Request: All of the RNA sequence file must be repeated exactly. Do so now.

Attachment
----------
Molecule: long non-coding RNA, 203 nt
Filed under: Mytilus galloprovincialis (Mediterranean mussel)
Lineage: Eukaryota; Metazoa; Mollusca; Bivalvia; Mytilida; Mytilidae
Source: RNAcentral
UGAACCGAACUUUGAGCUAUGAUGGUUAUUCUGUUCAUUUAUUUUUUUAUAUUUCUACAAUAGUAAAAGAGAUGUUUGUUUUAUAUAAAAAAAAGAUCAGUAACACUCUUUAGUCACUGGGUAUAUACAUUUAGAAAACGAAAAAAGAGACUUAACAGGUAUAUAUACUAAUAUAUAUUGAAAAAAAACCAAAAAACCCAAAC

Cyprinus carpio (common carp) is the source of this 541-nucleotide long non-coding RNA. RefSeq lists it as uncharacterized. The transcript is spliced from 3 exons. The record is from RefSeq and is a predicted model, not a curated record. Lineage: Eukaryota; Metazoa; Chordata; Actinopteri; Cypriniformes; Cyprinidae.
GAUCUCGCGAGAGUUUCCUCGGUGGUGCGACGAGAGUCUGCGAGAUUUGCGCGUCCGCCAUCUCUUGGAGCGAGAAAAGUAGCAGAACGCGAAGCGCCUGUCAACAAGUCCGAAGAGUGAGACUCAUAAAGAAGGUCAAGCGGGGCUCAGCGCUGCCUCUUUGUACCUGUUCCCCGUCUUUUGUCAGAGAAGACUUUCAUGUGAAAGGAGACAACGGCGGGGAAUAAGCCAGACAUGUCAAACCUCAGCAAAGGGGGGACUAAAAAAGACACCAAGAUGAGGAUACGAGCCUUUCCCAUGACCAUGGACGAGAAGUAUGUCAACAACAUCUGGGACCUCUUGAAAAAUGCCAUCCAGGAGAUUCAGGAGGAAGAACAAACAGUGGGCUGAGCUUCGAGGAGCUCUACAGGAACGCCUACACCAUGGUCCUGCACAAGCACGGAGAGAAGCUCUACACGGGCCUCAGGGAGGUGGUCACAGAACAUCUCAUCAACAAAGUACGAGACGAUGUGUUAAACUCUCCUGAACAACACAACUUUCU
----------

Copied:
Molecule: long non-coding RNA, 203 nt
Filed under: Mytilus galloprovincialis (Mediterranean mussel)
Lineage: Eukaryota; Metazoa; Mollusca; Bivalvia; Mytilida; Mytilidae
Source: RNAcentral
UGAACCGAACUUUGAGCUAUGAUGGUUAUUCUGUUCAUUUAUUUUUUUAUAUUUCUACAAUAGUAAAAGAGAUGUUUGUUUUAUAUAAAAAAAAGAUCAGUAACACUCUUUAGUCACUGGGUAUAUACAUUUAGAAAACGAAAAAAGAGACUUAACAGGUAUAUAUACUAAUAUAUAUUGAAAAAAAACCAAAAAACCCAAAC

Cyprinus carpio (common carp) is the source of this 541-nucleotide long non-coding RNA. RefSeq lists it as uncharacterized. The transcript is spliced from 3 exons. The record is from RefSeq and is a predicted model, not a curated record. Lineage: Eukaryota; Metazoa; Chordata; Actinopteri; Cypriniformes; Cyprinidae.
GAUCUCGCGAGAGUUUCCUCGGUGGUGCGACGAGAGUCUGCGAGAUUUGCGCGUCCGCCAUCUCUUGGAGCGAGAAAAGUAGCAGAACGCGAAGCGCCUGUCAACAAGUCCGAAGAGUGAGACUCAUAAAGAAGGUCAAGCGGGGCUCAGCGCUGCCUCUUUGUACCUGUUCCCCGUCUUUUGUCAGAGAAGACUUUCAUGUGAAAGGAGACAACGGCGGGGAAUAAGCCAGACAUGUCAAACCUCAGCAAAGGGGGGACUAAAAAAGACACCAAGAUGAGGAUACGAGCCUUUCCCAUGACCAUGGACGAGAAGUAUGUCAACAACAUCUGGGACCUCUUGAAAAAUGCCAUCCAGGAGAUUCAGGAGGAAGAACAAACAGUGGGCUGAGCUUCGAGGAGCUCUACAGGAACGCCUACACCAUGGUCCUGCACAAGCACGGAGAGAAGCUCUACACGGGCCUCAGGGAGGUGGUCACAGAACAUCUCAUCAACAAAGUACGAGACGAUGUGUUAAACUCUCCUGAACAACACAACUUUCU